From: phunt@interpac.net
Subject: Re: Fourier's Theorem?
Date: Sun, 17 Oct 1999 17:34:31 GMT
Newsgroups: sci.math
Keywords: Statement of Fourier's theorem (representation by series)
On 17 Oct 1999 12:18:35 -0400, lrudolph@panix.com (Lee Rudolph) wrote:
>....
>Anyway, try this search for a start; then, if you can't find a decent
>statement among the ramblings and babblings of the hemidemisemi-educated
>musicians and whacked-out New Age crystallographers, get back to us
>and maybe someone will crack a book.
>
>http://www.altavista.com/cgi-bin/query?pg=aq&w=w&text=y&q=fourier's+theorem
>
>Lee Rudolph
>
Okay Lee, I broke down and looked it up in
my old-school text:
"Advanced Mathematics for Engineers, 2nd Ed."
by H.W. Reddick & F.H. Miller. New York:
John Wiley & Sons; London: Chapman & Hall,
Ltd., 1938-1947. Tenth printing 1953.
Page 185:
Theorem II.
Any single-valued function f(x), continuous
except possibly for a finite number of finite
discontinuities in an interval of length 2*pi,
and having only a finite number of maxima and
minima in this interval, possesses a convergent
Fourier series representing it.
That's it ... That's all they wrote.
/ph
- - - - - - -
>"P Warren" writes:
>
>>Hi there,
>>am 17, in final year of High School, doing top maths, and need help.
>>
>>I have been given a question to research as part of a 'history of calculus'
>>project.
>>
>>"Look at fourier's theorem, elaborate on this theorem, show worked examples
>>of problems using fouriers theorem."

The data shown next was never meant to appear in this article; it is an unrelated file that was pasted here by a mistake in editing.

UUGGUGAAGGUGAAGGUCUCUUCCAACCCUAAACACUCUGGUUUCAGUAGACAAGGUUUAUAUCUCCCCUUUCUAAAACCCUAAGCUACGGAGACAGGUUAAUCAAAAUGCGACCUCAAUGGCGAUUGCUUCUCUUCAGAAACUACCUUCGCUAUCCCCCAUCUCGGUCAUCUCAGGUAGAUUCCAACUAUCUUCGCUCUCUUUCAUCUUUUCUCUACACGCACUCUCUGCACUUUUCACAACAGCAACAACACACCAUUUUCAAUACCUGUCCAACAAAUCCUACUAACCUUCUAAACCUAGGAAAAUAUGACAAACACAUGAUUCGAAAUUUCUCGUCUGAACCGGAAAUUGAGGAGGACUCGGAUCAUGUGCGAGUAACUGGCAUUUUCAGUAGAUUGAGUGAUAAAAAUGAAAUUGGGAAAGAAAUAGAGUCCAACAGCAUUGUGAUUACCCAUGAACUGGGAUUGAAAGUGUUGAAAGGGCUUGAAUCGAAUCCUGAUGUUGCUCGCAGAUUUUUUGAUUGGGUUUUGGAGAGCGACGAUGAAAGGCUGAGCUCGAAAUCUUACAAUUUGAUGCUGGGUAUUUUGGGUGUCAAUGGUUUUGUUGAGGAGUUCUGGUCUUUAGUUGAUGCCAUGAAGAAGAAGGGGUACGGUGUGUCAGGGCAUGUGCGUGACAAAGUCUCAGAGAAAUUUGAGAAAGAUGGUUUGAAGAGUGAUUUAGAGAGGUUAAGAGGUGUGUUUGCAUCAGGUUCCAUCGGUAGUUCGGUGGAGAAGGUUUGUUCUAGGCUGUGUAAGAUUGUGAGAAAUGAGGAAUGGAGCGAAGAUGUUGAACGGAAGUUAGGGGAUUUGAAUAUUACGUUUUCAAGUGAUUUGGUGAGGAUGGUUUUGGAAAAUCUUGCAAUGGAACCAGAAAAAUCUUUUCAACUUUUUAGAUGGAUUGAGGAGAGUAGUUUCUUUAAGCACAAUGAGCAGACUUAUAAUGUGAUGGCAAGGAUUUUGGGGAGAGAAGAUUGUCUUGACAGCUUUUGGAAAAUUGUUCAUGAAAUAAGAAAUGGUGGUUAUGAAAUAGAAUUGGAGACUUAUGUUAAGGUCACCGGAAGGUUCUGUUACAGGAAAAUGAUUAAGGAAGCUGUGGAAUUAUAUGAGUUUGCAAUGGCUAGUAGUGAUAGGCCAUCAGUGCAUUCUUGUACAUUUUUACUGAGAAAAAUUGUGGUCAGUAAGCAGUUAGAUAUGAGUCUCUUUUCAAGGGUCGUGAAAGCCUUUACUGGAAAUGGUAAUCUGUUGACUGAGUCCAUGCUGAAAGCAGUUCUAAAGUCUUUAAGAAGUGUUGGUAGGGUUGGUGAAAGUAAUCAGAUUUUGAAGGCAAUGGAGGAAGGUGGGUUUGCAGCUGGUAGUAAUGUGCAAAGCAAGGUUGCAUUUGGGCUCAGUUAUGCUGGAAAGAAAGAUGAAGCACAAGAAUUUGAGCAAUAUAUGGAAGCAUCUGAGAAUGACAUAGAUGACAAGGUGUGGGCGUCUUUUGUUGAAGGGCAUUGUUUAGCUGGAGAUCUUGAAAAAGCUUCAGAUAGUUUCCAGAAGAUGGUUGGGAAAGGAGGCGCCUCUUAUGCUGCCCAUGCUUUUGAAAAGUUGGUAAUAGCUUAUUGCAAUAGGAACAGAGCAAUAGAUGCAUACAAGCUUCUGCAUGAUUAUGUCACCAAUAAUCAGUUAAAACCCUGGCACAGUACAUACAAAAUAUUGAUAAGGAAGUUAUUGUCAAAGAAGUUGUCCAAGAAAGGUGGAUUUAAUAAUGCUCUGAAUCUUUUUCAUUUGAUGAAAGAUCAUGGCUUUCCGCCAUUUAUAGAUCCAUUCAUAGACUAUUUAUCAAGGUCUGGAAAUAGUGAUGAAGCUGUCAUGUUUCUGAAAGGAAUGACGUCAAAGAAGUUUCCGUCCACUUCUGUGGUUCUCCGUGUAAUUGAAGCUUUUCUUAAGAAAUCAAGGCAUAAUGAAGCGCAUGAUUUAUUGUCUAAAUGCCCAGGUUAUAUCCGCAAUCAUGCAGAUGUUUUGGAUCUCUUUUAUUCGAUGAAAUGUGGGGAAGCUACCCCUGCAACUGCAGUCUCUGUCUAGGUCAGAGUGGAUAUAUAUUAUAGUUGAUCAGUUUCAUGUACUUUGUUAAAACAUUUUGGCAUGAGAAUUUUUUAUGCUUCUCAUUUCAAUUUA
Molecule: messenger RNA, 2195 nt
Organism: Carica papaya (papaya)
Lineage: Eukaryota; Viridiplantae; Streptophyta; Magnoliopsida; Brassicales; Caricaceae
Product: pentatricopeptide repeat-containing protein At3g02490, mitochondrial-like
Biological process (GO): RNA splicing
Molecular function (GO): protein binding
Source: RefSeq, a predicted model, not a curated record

>>
>>Only problem is, i can't find ANYWHERE, where fourier's theorem is actually
>>stated, either as words, or in symbols. Does it really exist?
>
>A websearch at AltaVista turns up 104 hits (many clearly of dubious
>value), so I'm rather surprised that you can't find it stated ANYWHERE.
>Anyway, try this search for a start; then, if you can't find a decent
>statement among the ramblings and babblings of the hemidemisemi-educated
>musicians and whacked-out New Age crystallographers, get back to us
>and maybe someone will crack a book.
>
>http://www.altavista.com/cgi-bin/query?pg=aq&w=w&text=y&q=fourier's+theorem
>
>Lee Rudolph
>
==============================================================================
From: "David C. Ullrich"
Subject: Re: Fourier's Theorem?
Date: Sun, 17 Oct 1999 13:03:32 -0500
Newsgroups: sci.math
phunt@interpac.net wrote:
[previous article quoted, through: --djr]
> That's it ... That's all they wrote.
I believe that this is what people mean when they say "Fourier's
Theorem" - this or related results saying that under certain conditions
a function has a convergent Fourier series.
Calling it "Fourier's Theorem" isn't really quite right. What Fourier
said was something to the effect that any function whatever has a
convergent Fourier series - he could never quite prove this, which
turned out to be understandable, since it's not true. Not true
even for continuous functions. Finding extra hypotheses that
would give convergence led to a lot of analysis (I think that
the version of "Fourier's theorem" above is actually due to
Dirichlet, for example - don't quote me on that.)
[rest of quoted article deleted --djr]